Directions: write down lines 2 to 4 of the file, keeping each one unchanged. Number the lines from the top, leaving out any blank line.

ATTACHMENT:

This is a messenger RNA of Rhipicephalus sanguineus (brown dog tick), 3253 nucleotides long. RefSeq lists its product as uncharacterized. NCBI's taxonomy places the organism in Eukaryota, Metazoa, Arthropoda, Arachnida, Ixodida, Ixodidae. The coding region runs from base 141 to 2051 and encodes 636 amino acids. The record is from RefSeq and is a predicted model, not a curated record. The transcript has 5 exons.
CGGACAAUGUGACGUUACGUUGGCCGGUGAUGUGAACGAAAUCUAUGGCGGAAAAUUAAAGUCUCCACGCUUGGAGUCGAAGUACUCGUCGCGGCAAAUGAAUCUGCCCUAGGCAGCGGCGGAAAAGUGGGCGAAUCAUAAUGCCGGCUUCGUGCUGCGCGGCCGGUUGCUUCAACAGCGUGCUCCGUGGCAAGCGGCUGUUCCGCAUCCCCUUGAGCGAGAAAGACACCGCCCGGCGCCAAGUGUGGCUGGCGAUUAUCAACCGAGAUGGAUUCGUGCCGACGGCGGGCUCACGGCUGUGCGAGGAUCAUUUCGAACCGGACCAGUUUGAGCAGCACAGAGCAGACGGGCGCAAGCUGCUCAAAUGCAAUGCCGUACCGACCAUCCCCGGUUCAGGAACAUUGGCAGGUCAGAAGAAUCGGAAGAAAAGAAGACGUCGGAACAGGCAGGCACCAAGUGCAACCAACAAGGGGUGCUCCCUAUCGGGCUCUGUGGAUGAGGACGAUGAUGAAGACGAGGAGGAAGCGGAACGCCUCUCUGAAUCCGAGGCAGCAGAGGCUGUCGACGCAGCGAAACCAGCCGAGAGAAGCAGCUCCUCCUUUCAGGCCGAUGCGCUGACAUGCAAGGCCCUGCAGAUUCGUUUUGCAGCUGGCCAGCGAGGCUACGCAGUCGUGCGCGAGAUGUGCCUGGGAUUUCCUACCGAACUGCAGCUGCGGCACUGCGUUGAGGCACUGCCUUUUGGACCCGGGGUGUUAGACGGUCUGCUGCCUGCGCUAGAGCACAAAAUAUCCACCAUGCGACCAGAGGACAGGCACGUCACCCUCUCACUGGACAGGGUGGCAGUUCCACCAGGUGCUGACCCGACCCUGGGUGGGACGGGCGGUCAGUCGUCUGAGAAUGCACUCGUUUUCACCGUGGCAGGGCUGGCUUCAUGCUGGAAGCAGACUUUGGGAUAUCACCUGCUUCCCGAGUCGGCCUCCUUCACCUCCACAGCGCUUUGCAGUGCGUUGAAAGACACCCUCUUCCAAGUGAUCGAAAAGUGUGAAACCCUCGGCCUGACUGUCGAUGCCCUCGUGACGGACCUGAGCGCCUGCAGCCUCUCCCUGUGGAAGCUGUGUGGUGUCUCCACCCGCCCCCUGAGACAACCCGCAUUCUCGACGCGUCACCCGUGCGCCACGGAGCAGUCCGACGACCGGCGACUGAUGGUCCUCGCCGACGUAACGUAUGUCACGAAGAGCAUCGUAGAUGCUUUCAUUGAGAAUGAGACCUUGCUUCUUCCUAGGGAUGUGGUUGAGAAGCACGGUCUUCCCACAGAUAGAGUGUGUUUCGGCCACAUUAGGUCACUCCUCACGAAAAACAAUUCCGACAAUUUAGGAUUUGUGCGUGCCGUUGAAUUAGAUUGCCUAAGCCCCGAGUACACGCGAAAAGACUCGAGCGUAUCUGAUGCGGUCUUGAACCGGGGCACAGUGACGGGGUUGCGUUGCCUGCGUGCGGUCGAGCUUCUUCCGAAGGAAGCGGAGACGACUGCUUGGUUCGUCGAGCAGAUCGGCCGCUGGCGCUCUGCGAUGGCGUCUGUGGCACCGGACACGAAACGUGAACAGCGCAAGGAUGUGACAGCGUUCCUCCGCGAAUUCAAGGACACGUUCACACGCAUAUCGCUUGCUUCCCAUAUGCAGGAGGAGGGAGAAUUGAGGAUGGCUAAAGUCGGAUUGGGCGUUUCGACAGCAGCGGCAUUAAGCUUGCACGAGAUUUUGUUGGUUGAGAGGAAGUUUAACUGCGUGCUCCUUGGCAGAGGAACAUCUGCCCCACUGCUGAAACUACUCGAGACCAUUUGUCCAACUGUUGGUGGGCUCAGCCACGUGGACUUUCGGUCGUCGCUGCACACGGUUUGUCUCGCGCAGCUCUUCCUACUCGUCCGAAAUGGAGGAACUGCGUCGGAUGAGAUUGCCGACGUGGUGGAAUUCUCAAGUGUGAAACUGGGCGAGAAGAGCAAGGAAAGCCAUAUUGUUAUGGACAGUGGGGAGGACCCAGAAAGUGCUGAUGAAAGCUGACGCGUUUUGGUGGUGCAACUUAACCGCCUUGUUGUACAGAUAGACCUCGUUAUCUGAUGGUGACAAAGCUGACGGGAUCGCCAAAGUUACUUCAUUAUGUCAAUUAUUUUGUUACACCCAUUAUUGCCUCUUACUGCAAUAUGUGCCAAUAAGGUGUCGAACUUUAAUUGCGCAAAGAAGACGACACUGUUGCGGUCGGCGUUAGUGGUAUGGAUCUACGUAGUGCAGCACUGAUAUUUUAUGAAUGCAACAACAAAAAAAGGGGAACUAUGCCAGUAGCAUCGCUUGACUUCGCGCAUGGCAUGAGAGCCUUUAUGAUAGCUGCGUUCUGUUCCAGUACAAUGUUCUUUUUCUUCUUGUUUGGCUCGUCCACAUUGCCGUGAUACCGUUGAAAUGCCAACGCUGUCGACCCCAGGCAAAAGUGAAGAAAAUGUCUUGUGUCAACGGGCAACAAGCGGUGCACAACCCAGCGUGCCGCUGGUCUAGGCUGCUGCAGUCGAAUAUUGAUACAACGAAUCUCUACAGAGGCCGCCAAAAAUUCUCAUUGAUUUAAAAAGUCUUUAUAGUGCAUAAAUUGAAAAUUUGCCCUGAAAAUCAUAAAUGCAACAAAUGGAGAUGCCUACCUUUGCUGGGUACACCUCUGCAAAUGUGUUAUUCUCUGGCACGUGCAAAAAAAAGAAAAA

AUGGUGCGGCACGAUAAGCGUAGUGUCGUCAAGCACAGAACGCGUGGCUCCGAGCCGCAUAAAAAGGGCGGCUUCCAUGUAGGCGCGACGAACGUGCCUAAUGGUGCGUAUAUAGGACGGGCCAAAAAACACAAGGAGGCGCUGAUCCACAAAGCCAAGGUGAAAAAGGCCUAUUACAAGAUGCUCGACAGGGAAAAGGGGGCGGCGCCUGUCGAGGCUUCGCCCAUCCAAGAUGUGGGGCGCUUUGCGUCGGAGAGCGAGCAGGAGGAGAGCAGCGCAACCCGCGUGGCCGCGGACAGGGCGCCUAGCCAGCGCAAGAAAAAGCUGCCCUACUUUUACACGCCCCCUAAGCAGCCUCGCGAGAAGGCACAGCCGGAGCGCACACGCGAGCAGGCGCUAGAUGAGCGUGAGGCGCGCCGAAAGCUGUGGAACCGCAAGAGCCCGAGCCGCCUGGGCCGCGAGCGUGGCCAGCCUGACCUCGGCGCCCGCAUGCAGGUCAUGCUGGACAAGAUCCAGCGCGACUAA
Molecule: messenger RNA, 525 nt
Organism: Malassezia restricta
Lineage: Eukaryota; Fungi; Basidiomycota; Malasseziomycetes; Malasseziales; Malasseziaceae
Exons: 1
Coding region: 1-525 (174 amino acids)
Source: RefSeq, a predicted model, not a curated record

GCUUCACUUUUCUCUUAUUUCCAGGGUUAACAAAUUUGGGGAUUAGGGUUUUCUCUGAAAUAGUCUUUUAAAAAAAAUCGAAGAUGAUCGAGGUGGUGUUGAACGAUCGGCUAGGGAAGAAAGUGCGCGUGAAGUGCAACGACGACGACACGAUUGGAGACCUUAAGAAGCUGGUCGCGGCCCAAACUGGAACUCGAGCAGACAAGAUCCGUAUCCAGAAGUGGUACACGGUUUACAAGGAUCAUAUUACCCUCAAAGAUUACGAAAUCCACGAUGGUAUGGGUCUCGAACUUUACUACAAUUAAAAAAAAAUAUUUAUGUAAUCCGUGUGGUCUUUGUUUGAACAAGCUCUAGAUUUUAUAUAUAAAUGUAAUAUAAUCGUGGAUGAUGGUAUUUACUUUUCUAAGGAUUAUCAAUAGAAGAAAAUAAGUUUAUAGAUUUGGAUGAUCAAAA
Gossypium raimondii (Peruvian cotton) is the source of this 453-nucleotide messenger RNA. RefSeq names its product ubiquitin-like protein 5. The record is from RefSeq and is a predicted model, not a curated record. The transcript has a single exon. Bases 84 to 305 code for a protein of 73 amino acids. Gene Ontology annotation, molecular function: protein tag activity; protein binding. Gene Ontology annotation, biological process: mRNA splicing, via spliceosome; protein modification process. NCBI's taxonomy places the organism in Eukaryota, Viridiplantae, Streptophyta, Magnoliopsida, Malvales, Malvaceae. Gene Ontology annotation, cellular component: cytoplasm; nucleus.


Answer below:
CGGACAAUGUGACGUUACGUUGGCCGGUGAUGUGAACGAAAUCUAUGGCGGAAAAUUAAAGUCUCCACGCUUGGAGUCGAAGUACUCGUCGCGGCAAAUGAAUCUGCCCUAGGCAGCGGCGGAAAAGUGGGCGAAUCAUAAUGCCGGCUUCGUGCUGCGCGGCCGGUUGCUUCAACAGCGUGCUCCGUGGCAAGCGGCUGUUCCGCAUCCCCUUGAGCGAGAAAGACACCGCCCGGCGCCAAGUGUGGCUGGCGAUUAUCAACCGAGAUGGAUUCGUGCCGACGGCGGGCUCACGGCUGUGCGAGGAUCAUUUCGAACCGGACCAGUUUGAGCAGCACAGAGCAGACGGGCGCAAGCUGCUCAAAUGCAAUGCCGUACCGACCAUCCCCGGUUCAGGAACAUUGGCAGGUCAGAAGAAUCGGAAGAAAAGAAGACGUCGGAACAGGCAGGCACCAAGUGCAACCAACAAGGGGUGCUCCCUAUCGGGCUCUGUGGAUGAGGACGAUGAUGAAGACGAGGAGGAAGCGGAACGCCUCUCUGAAUCCGAGGCAGCAGAGGCUGUCGACGCAGCGAAACCAGCCGAGAGAAGCAGCUCCUCCUUUCAGGCCGAUGCGCUGACAUGCAAGGCCCUGCAGAUUCGUUUUGCAGCUGGCCAGCGAGGCUACGCAGUCGUGCGCGAGAUGUGCCUGGGAUUUCCUACCGAACUGCAGCUGCGGCACUGCGUUGAGGCACUGCCUUUUGGACCCGGGGUGUUAGACGGUCUGCUGCCUGCGCUAGAGCACAAAAUAUCCACCAUGCGACCAGAGGACAGGCACGUCACCCUCUCACUGGACAGGGUGGCAGUUCCACCAGGUGCUGACCCGACCCUGGGUGGGACGGGCGGUCAGUCGUCUGAGAAUGCACUCGUUUUCACCGUGGCAGGGCUGGCUUCAUGCUGGAAGCAGACUUUGGGAUAUCACCUGCUUCCCGAGUCGGCCUCCUUCACCUCCACAGCGCUUUGCAGUGCGUUGAAAGACACCCUCUUCCAAGUGAUCGAAAAGUGUGAAACCCUCGGCCUGACUGUCGAUGCCCUCGUGACGGACCUGAGCGCCUGCAGCCUCUCCCUGUGGAAGCUGUGUGGUGUCUCCACCCGCCCCCUGAGACAACCCGCAUUCUCGACGCGUCACCCGUGCGCCACGGAGCAGUCCGACGACCGGCGACUGAUGGUCCUCGCCGACGUAACGUAUGUCACGAAGAGCAUCGUAGAUGCUUUCAUUGAGAAUGAGACCUUGCUUCUUCCUAGGGAUGUGGUUGAGAAGCACGGUCUUCCCACAGAUAGAGUGUGUUUCGGCCACAUUAGGUCACUCCUCACGAAAAACAAUUCCGACAAUUUAGGAUUUGUGCGUGCCGUUGAAUUAGAUUGCCUAAGCCCCGAGUACACGCGAAAAGACUCGAGCGUAUCUGAUGCGGUCUUGAACCGGGGCACAGUGACGGGGUUGCGUUGCCUGCGUGCGGUCGAGCUUCUUCCGAAGGAAGCGGAGACGACUGCUUGGUUCGUCGAGCAGAUCGGCCGCUGGCGCUCUGCGAUGGCGUCUGUGGCACCGGACACGAAACGUGAACAGCGCAAGGAUGUGACAGCGUUCCUCCGCGAAUUCAAGGACACGUUCACACGCAUAUCGCUUGCUUCCCAUAUGCAGGAGGAGGGAGAAUUGAGGAUGGCUAAAGUCGGAUUGGGCGUUUCGACAGCAGCGGCAUUAAGCUUGCACGAGAUUUUGUUGGUUGAGAGGAAGUUUAACUGCGUGCUCCUUGGCAGAGGAACAUCUGCCCCACUGCUGAAACUACUCGAGACCAUUUGUCCAACUGUUGGUGGGCUCAGCCACGUGGACUUUCGGUCGUCGCUGCACACGGUUUGUCUCGCGCAGCUCUUCCUACUCGUCCGAAAUGGAGGAACUGCGUCGGAUGAGAUUGCCGACGUGGUGGAAUUCUCAAGUGUGAAACUGGGCGAGAAGAGCAAGGAAAGCCAUAUUGUUAUGGACAGUGGGGAGGACCCAGAAAGUGCUGAUGAAAGCUGACGCGUUUUGGUGGUGCAACUUAACCGCCUUGUUGUACAGAUAGACCUCGUUAUCUGAUGGUGACAAAGCUGACGGGAUCGCCAAAGUUACUUCAUUAUGUCAAUUAUUUUGUUACACCCAUUAUUGCCUCUUACUGCAAUAUGUGCCAAUAAGGUGUCGAACUUUAAUUGCGCAAAGAAGACGACACUGUUGCGGUCGGCGUUAGUGGUAUGGAUCUACGUAGUGCAGCACUGAUAUUUUAUGAAUGCAACAACAAAAAAAGGGGAACUAUGCCAGUAGCAUCGCUUGACUUCGCGCAUGGCAUGAGAGCCUUUAUGAUAGCUGCGUUCUGUUCCAGUACAAUGUUCUUUUUCUUCUUGUUUGGCUCGUCCACAUUGCCGUGAUACCGUUGAAAUGCCAACGCUGUCGACCCCAGGCAAAAGUGAAGAAAAUGUCUUGUGUCAACGGGCAACAAGCGGUGCACAACCCAGCGUGCCGCUGGUCUAGGCUGCUGCAGUCGAAUAUUGAUACAACGAAUCUCUACAGAGGCCGCCAAAAAUUCUCAUUGAUUUAAAAAGUCUUUAUAGUGCAUAAAUUGAAAAUUUGCCCUGAAAAUCAUAAAUGCAACAAAUGGAGAUGCCUACCUUUGCUGGGUACACCUCUGCAAAUGUGUUAUUCUCUGGCACGUGCAAAAAAAAGAAAAA

AUGGUGCGGCACGAUAAGCGUAGUGUCGUCAAGCACAGAACGCGUGGCUCCGAGCCGCAUAAAAAGGGCGGCUUCCAUGUAGGCGCGACGAACGUGCCUAAUGGUGCGUAUAUAGGACGGGCCAAAAAACACAAGGAGGCGCUGAUCCACAAAGCCAAGGUGAAAAAGGCCUAUUACAAGAUGCUCGACAGGGAAAAGGGGGCGGCGCCUGUCGAGGCUUCGCCCAUCCAAGAUGUGGGGCGCUUUGCGUCGGAGAGCGAGCAGGAGGAGAGCAGCGCAACCCGCGUGGCCGCGGACAGGGCGCCUAGCCAGCGCAAGAAAAAGCUGCCCUACUUUUACACGCCCCCUAAGCAGCCUCGCGAGAAGGCACAGCCGGAGCGCACACGCGAGCAGGCGCUAGAUGAGCGUGAGGCGCGCCGAAAGCUGUGGAACCGCAAGAGCCCGAGCCGCCUGGGCCGCGAGCGUGGCCAGCCUGACCUCGGCGCCCGCAUGCAGGUCAUGCUGGACAAGAUCCAGCGCGACUAA
Molecule: messenger RNA, 525 nt